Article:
Maternal antibodies to gluten linked to schizophrenia risk in children

The Karolinska Institutet in Sweden and Johns Hopkins University in the US have carried out a study that links maternal gluten sensitivity to an increased risk of developing schizophrenia in later life. The study included individuals born between 1975 and 1985 with diagnoses of nonaffective psychoses. There were 211 case subjects and 553 comparison subjects who consented to participate in the study.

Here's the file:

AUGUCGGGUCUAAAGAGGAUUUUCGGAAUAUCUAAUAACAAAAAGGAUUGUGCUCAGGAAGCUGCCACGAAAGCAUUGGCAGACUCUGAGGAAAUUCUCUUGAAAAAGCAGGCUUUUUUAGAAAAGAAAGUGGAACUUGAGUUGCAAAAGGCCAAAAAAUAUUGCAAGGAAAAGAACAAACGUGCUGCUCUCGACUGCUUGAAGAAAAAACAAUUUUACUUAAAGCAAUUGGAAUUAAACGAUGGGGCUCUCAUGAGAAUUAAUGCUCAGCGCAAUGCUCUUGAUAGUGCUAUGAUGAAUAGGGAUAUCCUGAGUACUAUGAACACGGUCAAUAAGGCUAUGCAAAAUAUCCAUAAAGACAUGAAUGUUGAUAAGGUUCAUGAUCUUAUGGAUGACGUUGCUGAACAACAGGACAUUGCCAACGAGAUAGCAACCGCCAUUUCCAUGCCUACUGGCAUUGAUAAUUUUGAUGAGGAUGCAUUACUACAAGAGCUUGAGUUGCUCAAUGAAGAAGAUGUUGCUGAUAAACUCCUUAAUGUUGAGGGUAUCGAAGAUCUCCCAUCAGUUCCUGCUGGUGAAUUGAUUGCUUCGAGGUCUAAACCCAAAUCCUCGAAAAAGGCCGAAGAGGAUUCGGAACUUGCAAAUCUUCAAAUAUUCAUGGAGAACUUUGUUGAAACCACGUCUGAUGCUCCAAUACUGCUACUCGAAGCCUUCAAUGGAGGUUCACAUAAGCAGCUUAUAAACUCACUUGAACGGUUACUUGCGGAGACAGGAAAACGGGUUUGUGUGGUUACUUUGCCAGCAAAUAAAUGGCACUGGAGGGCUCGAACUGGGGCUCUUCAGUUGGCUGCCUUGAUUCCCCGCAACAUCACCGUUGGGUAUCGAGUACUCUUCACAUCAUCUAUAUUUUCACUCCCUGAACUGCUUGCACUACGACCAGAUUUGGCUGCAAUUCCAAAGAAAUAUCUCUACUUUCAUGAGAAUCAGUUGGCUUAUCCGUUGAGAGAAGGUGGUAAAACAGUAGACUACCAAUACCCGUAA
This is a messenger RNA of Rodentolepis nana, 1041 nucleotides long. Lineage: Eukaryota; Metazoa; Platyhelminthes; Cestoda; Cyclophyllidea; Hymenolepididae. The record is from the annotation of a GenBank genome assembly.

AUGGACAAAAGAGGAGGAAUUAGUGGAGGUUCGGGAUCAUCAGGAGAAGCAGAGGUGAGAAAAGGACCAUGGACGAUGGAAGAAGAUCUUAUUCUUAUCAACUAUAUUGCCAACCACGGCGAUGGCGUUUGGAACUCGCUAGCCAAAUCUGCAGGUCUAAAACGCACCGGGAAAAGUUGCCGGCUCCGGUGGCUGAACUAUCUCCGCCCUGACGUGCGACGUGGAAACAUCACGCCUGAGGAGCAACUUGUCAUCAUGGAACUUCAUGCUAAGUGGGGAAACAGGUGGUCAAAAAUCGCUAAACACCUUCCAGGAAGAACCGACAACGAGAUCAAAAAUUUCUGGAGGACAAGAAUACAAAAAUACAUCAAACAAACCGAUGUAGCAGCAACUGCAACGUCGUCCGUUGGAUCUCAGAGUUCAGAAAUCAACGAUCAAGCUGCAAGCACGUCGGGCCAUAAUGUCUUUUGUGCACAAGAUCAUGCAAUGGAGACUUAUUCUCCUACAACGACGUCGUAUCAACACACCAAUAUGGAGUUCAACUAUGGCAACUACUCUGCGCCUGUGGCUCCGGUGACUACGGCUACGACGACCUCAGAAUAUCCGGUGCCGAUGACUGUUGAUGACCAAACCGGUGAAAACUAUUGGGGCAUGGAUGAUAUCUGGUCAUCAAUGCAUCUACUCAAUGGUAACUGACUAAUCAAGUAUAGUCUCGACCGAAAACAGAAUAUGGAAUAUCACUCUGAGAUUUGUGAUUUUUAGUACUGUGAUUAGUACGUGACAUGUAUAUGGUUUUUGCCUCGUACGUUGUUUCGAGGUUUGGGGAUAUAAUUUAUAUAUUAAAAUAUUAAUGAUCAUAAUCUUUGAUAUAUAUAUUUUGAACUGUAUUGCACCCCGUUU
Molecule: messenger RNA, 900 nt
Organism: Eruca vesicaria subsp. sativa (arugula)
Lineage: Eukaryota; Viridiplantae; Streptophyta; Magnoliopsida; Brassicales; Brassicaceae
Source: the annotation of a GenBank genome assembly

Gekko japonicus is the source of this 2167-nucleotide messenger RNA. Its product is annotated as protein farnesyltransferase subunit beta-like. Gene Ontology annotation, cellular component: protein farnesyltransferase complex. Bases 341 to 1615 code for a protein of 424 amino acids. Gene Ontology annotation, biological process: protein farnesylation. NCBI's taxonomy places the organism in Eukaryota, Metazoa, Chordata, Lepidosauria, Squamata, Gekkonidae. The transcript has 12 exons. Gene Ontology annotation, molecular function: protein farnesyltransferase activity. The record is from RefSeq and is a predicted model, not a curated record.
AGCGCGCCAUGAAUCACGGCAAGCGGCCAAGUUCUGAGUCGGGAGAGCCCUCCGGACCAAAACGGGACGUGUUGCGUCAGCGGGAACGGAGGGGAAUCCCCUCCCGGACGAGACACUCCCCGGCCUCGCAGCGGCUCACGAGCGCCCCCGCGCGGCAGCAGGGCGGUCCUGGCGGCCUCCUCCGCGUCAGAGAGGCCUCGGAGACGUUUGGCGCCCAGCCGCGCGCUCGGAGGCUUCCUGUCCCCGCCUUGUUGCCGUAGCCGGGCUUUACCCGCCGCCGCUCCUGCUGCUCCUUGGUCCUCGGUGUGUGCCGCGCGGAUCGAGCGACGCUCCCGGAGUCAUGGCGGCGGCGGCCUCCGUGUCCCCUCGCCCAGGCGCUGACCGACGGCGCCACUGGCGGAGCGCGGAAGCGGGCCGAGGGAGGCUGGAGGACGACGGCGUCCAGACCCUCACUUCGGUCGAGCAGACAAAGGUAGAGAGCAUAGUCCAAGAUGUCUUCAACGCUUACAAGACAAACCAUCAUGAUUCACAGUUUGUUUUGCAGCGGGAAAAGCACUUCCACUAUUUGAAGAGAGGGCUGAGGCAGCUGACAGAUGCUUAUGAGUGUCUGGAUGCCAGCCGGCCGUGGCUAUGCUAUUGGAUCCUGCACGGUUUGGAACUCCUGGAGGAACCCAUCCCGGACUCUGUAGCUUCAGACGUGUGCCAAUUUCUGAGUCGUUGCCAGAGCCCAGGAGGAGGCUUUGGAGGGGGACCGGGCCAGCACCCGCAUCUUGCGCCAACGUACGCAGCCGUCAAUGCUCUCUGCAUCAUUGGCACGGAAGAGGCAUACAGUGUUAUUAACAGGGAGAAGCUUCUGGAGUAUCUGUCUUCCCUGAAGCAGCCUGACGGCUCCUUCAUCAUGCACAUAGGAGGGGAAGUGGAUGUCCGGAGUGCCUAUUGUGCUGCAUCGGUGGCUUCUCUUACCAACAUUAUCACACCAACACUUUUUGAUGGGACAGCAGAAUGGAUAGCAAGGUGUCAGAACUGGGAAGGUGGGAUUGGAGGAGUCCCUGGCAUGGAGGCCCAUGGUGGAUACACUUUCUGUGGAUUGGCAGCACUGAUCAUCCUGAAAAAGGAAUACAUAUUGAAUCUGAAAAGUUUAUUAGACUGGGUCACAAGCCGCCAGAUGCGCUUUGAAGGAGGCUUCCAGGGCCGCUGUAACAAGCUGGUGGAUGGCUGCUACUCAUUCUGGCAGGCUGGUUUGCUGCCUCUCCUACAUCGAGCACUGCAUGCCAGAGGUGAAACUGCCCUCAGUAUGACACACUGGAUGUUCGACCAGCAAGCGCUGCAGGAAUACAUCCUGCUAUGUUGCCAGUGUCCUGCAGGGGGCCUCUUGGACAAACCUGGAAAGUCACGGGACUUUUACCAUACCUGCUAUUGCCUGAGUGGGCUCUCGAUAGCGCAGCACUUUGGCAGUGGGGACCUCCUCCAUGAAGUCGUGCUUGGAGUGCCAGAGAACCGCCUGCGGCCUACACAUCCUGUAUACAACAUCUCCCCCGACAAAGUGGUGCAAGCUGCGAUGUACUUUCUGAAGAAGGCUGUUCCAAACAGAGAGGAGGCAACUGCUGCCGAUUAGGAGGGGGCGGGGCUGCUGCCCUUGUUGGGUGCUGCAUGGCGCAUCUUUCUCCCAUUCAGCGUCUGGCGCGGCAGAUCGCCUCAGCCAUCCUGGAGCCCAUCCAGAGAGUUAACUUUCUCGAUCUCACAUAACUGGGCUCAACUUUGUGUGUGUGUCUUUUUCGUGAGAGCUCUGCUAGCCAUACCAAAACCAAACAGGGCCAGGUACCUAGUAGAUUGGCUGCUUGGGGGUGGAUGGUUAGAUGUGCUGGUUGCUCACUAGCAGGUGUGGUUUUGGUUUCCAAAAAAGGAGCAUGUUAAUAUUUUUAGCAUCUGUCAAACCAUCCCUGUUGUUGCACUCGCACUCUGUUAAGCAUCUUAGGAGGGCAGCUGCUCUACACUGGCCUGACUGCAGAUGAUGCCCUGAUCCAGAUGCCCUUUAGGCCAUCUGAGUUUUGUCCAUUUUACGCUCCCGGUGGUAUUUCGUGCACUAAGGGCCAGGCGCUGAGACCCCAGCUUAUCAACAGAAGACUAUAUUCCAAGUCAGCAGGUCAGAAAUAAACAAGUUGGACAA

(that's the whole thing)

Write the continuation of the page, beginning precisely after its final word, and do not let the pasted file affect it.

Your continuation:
The researchers analysed dried blood spots obtained from newborns for immunoglobulin G (IgG) levels directed at gliadin, a component of gluten, and at casein, a milk protein. They found that high levels of gliadin in the maternal circulation were consistent with an increased risk of developing a nonaffective psychosis in children. Further research is needed to identify why, and to develop preventative strategies.

Source: The American Journal of Psychiatry


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